Mile low to a mile high in 27-24 win

After debacle at San Francisco, Aaron Rodgers and Co. make huge strides in win at Denver.

Take your finger off the panic button.

The Green Bay Packers won their first preseason game, 27-24, on Friday night at Denver. The performance had to leave the Packers feeling, well, a mile high, six days after a 34-6 debacle at San Francisco.

Aaron Rodgers and the first-team offense, so abysmal against the 49ers, scored on four of five possessions and got the rest of the night off while staking the Packers to a 20-17 lead early in the third quarter.

"I think tonight was a big step for us," Rodgers said. "We needed to make a statement in a game that we get to play the most."

Both teams are 1-2.

Rodgers was superb against Denver's top-notch secondary, finishing 18-of-22 for 193 yards with one touchdown, no interceptions and a glittering rating of 118.4 points. Of his four incompletions, one was a throwaway, one was a drop and another should have been ruled pass interference.

As the saying goes, it's never as good or as bad as it seems, and that certainly applies. There was a bit of a sky-is-falling feeling after last week's game, even though two dropped passes that would have gone for touchdowns in the first half would have changed the complexion of that game.

On Friday, the first-team defense, which had played so well in the scrimmage and first two preseason games, couldn't handle Denver's run game. The Broncos rushed for 91 yards in the first half with a 6.1-yard average.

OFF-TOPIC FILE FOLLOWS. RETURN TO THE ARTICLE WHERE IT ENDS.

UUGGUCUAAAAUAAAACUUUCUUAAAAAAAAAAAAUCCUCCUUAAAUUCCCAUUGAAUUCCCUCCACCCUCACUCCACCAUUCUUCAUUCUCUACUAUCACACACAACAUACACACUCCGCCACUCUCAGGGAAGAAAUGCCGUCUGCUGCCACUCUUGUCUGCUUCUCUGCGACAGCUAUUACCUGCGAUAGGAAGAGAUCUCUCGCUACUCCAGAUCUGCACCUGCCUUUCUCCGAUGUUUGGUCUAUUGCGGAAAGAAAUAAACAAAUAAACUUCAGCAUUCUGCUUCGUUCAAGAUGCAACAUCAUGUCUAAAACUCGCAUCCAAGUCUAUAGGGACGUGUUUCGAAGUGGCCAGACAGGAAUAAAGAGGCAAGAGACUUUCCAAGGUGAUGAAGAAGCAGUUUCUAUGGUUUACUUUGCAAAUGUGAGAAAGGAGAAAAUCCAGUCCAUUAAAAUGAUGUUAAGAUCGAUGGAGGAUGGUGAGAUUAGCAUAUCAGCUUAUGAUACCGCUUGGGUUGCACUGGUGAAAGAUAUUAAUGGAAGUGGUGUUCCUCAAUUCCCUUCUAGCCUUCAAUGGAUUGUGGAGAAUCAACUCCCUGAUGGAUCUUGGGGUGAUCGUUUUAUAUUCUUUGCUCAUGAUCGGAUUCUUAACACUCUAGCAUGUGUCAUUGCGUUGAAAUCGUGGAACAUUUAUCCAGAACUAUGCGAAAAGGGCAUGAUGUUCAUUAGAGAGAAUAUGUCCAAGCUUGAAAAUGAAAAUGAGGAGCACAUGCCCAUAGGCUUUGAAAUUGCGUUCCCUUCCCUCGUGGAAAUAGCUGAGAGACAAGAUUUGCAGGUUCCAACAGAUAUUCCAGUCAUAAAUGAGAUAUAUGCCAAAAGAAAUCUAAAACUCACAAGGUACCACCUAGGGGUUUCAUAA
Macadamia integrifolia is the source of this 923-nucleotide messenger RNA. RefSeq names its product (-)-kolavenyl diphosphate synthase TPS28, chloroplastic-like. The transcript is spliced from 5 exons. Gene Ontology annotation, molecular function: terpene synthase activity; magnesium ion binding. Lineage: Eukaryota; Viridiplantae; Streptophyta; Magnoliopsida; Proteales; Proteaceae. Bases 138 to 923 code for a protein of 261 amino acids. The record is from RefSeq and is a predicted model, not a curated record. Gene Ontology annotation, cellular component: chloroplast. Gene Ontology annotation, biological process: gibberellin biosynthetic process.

That was a big reason why the Packers trailed 17-13 at halftime despite the offense's productivity. The Broncos scored on all three first-half possessions, including a 99-yard touchdown drive that could have been stopped near the opposite goal line had Nick Barnett wrapped up Peyton Hillis on third-and-8 from the Denver 3.

That drive was capped by the first of Jay Cutler's two touchdown passes and put Denver up 10-7. Rodgers drove the Packers to a tying field goal — a possession killed by a second-down drop by James Jones — but Cutler quickly answered. A questionable 31-yard interference penalty by Tramon Williams set up a juggling 49-yard touchdown pass from Cutler to Brandon Marshall. Williams was in position but failed to make the play.

Rodgers pulled the Packers within 17-13 at halftime by hitting his first five passes in a two-minute drill, setting up a 46-yard field goal by Mason Crosby.

Rodgers stayed hot coming out of the locker room. A 43-yard punt return by Will Blackmon set the Packers up at Denver's 40-yard line. Rodgers capped the drive with a sneak on third-and-goal from the 1 to put Green Bay in front 20-17.

"We put together drives," Rodgers said. "Last week, we didn't convert third downs, had too many penalties and had some turnovers. This week, we converted third down, and when I was in there we scored on four of five possessions."

The Packers seemed headed to 0-3, however, before Jason Hunter hammered Broncos quarterback Patrick Ramsay, forcing an interception by Tracy White. Set up at Denver's 10-yard line, the Packers scored the winning touchdown on fourth-and-goal with a 1-yard run by Kregg Lumpkin.

"We didn't play very well last week and we played a lot better this week and we won the football game," coach Mike McCarthy said. "Success is hard to achieve in this league, regardless of what time of year you do win football games."

Bill Huber is editor of Packer Report and E-mail him at

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